For two seasons they have dominated Derry and Ulster in two codes, but Slaughtneil hurling captain Chrissy McKaigue thinks the club must examine their famed dual code philosophy in the wake of the All-Ireland Club Football semi-final defeat against Nemo Rangers.

The Derry side were beaten 2-19 to 1-14 after extra-time, but with 14 members of their squad also involved in the All-Ireland Club Hurling semi-final defeat by Na Piarsaigh two weeks ago, tired bodies and minds appeared to be a factor in extra-time.

Slaughtneil had been chasing a third final appearance in four years, having tasted defeat at the hands of Dr Crokes in 2017 and Corofin in 2015.

"There’s a great, almost, romanticism based around the dual component but going forward it’s actually very difficult to maintain and sustain"

Having tasted continuous success in both football and hurling at county and provincial level, that final step of All-Ireland has eluded Slaughtneil and McKaigue now feels that it could be time to focus solely on one code.

 "As fantastic as it has been in terms of what we have done at Derry and at Ulster level, I just think probably the whole thing caught up with us," he said on 2fm’s Game On.

"There’s a great, almost, romanticism based around the dual component but going forward it’s actually very difficult to maintain and sustain.

"Perhaps going forward next year we going to have to look at how we can do things a little bit more, almost, efficiently."

McKaigue admitted that fatigue was a factor in his side’s defeat to Nemo and believes that chasing silverware on two fronts may be leaving the club compromised on both.

"Definitely fatigue in extra-time caught up with us a wee bit and maybe all in all out preparation, for hurling and football, hasn’t been as good as what it probably could have been.

McKaigue has tasted glory on the football and hurling field

"When you go to play the top sides like Na Piarsaigh in the hurling and Nemo in the football you have to be at your max level and we probably just weren’t at our max level in either code to be honest.

"We’re not a huge club with a huge playing base and in terms of resources the players are the most important resources in all of this, no matter what anyone says.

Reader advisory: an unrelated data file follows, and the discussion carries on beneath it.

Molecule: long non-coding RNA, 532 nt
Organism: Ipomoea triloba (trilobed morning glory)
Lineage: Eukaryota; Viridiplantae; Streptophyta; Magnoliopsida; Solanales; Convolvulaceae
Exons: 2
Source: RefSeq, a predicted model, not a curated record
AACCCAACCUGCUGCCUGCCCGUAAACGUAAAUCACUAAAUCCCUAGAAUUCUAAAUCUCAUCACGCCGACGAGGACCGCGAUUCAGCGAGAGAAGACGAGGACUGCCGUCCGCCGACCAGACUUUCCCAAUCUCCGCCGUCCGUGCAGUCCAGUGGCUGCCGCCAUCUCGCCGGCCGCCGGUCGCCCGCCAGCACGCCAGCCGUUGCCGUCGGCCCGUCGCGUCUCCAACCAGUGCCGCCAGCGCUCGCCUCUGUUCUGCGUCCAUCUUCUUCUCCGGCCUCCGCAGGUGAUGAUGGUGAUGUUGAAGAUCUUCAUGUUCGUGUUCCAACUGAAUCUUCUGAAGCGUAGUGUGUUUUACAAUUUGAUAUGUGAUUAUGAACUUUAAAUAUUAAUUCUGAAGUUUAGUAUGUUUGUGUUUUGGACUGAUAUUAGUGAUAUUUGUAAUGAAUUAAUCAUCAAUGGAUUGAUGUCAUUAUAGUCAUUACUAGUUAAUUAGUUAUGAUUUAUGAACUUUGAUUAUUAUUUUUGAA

"A lot has been asked of our dual players because, dare I say it, a lot of our best hurlers and footballers are dual players and I just think especially in hurling the technical side of things caught up with us because we have to work so much harder."

McKaigue stopped short of calling for a change in the club’s approach but did admit that he might have to take a look at his own choices when it comes to playing both football and hurling in the near future.

"We have some fantastic dual players in this club but the reality is, it’s very, very difficult to do yourself justice and being the best hurler you can be or the best footballer you can be when you’re chopping and changing so much and that’s just the reality.

"I have always been a huge promoter for duality because I think as Gaels, that’s what we should be about, we should be promoting our national games irrespective of what part of the country we’re from.

"But there comes a time where perhaps you might just have to be, dare I say, selfish and say ‘look physically, mentally, emotionally, I can’t give much more here’. I might have to pick a code or give slightly more to a code.

"Now that’s not the Slaughtneil mantra or their way of doing things but going forward for some players that might have to be something."